In her lawsuit, Geraldine A. Miller, a food service worker at Shady Lane since October 2017, claimed that she was continually harassed by Robin Atkinson and other co-workers because she refused their invitations to go with them to bars and strip clubs after work. She also accused Atkinson of making sexually-suggestive gestures in her presence and reporting her to supervisor Anthony Pepe for "not joining in." Miller claimed that Pepe, in response to Atkinson's complaints, called her into his office once per week to tell her that "she needed to relax, fit in and have fun [and] that he wanted her to get along with her co-workers." Miller said that she "understood this to mean Pepe wanted her to fall in line with the workplace behaviors about which she complained."
Miller claimed that she often complained to her supervisors about the harassment and that her complaints resulted in a mandate that all Shady Lane kitchen workers watch a sexual harassment video. She alleged that her co-workers made jokes during the video and retaliated against her afterwards. The lawsuit alleges that Atkinson "slammed down a 'slop bucket' on a pile of dishes [Miller] was washing, causing the slop to splash on [Miller's] person" and that other co-workers shouted "If you can't stand the heat, get out of the kitchen."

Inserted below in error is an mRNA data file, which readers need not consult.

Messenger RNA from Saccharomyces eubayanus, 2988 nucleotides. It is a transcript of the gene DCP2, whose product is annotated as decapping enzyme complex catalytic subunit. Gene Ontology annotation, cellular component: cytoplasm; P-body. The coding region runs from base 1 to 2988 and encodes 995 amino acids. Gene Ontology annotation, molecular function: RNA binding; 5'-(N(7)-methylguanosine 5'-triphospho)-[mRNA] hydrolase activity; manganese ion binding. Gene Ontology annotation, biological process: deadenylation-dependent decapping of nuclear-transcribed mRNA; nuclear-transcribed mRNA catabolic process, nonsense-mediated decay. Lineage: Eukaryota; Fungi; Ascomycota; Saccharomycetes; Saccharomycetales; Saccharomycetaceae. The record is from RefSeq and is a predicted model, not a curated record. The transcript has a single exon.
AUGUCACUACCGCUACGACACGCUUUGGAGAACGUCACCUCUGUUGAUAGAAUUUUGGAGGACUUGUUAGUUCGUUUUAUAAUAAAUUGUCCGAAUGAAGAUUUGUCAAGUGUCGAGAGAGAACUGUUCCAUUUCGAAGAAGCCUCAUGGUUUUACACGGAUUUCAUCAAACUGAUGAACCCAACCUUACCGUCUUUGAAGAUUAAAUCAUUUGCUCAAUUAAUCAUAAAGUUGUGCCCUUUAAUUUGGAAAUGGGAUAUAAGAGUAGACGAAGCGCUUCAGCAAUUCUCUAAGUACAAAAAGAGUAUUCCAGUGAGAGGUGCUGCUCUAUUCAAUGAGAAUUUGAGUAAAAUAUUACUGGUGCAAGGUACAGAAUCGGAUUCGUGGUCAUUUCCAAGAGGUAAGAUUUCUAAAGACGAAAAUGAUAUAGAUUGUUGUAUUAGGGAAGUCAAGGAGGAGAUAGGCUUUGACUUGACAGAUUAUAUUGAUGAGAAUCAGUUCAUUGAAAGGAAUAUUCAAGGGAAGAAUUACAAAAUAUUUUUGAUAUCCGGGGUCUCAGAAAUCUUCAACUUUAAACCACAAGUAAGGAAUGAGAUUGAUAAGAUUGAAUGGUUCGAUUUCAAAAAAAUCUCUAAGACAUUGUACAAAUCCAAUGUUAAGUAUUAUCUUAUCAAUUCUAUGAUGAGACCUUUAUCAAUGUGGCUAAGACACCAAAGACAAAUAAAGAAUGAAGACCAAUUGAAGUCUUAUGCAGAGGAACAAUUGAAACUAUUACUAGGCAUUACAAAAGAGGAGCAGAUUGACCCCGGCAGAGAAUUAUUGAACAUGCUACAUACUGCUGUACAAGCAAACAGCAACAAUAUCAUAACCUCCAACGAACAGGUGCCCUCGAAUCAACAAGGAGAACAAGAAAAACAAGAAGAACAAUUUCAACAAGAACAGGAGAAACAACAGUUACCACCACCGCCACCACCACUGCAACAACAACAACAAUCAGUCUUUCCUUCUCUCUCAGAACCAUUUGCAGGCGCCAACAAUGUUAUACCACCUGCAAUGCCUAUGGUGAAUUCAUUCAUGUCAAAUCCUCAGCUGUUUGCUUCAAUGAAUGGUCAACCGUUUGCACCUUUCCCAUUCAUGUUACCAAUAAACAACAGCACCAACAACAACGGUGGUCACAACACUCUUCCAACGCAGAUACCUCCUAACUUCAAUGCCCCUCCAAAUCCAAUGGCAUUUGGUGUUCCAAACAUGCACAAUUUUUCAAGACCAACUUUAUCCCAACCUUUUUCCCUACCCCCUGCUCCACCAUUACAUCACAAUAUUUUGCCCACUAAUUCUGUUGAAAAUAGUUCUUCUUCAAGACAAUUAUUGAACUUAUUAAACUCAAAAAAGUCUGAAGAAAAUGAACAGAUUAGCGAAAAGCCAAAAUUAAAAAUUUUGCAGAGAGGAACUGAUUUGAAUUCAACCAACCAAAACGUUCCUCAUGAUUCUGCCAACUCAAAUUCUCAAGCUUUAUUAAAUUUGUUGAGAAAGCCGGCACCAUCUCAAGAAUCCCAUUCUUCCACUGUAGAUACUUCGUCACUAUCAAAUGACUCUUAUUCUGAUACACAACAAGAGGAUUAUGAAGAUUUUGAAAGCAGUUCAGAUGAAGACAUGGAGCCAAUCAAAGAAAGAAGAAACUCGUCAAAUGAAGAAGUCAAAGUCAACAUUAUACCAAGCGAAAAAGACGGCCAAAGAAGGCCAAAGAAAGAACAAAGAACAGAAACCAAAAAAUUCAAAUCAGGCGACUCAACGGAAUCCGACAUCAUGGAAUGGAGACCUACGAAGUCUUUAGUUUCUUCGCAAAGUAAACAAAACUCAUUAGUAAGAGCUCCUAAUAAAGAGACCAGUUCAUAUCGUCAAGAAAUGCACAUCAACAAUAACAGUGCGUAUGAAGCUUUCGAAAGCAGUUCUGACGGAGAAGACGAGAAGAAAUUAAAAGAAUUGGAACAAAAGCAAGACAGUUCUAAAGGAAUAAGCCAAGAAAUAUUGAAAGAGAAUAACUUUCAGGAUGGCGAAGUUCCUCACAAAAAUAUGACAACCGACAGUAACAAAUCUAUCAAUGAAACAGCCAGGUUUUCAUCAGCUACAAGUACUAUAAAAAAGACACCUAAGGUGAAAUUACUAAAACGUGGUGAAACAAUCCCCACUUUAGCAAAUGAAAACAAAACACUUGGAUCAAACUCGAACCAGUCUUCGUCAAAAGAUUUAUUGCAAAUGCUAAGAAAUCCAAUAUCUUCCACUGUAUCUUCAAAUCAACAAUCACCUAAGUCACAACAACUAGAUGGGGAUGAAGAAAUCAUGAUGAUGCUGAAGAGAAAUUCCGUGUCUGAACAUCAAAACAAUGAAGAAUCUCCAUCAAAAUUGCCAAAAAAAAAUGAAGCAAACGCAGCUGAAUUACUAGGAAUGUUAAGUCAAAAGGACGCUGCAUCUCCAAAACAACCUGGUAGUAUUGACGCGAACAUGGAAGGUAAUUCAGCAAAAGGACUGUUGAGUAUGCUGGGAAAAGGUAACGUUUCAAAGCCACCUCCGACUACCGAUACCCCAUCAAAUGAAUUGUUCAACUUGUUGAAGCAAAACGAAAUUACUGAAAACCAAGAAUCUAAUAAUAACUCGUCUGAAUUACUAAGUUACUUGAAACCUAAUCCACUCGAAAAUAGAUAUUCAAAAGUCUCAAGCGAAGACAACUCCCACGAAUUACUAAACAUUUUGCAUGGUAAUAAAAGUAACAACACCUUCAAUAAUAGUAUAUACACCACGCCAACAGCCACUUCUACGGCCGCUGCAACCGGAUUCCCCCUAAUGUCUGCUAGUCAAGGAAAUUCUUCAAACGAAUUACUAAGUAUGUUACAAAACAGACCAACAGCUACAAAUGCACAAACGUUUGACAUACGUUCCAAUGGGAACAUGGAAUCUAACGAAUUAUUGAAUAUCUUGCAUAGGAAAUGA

Miller claimed that on February 16, 2018, her supervisors told her that she was "paranoid and that she was being placed on paid administrative leave pending a mandatory mental health fitness-for-duty examination.
Of the $55,000 settlement, $5,000 was for lost wages, $32,465 was for "alleged compensatory damages including alleged emotional injuries accompanied by medical treatment" and $17,535 was for attorney fees and costs. The settlement agreement also called for the Authority to give Miller back 83 hours of sick time and 91 hours of vacation time.
The case is captioned Geraldine A. Miller v. Gloucester County Improvement Authority, Gloucester County Superior Court Docket No. GLO-L-376-18 and the six officers' attorney was Jacqueline M. Vigilante of Mullica Hill. The lawsuit and settlement agreement are on-line here. A news story published when the lawsuit was filed is on-line here.
The settlement agreement contains a confidentiality clause, which prevents the parties to the suit from publicly disclosing the settlement terms. Fortunately, however, these confidentiality clauses do not trump the public's right to obtain copies of settlement agreements that arise out of lawsuits in which a government agency or official is a defendant.
None of lawsuit's allegations have been proven or disproven in court. The Settlement agreement states that the $55,000 payment does not constitute an admission of wrongdoing by Pepe, Atkinson, the Authority or any of the Authority's officials and employees. All that is known for sure is that the Authority or its insurer, for whatever reason, decided that it would rather pay $55,000 than take the matter to trial. Perhaps the defendants' decision was done to save further legal expense and the costs of trying what were in fact exaggerated or meritless claims. Or, perhaps the claims were true and the defendants wanted to avoid being embarrassed at trial. This is the problem when cases resolve before trial--it is impossible to know the truth of what really happened.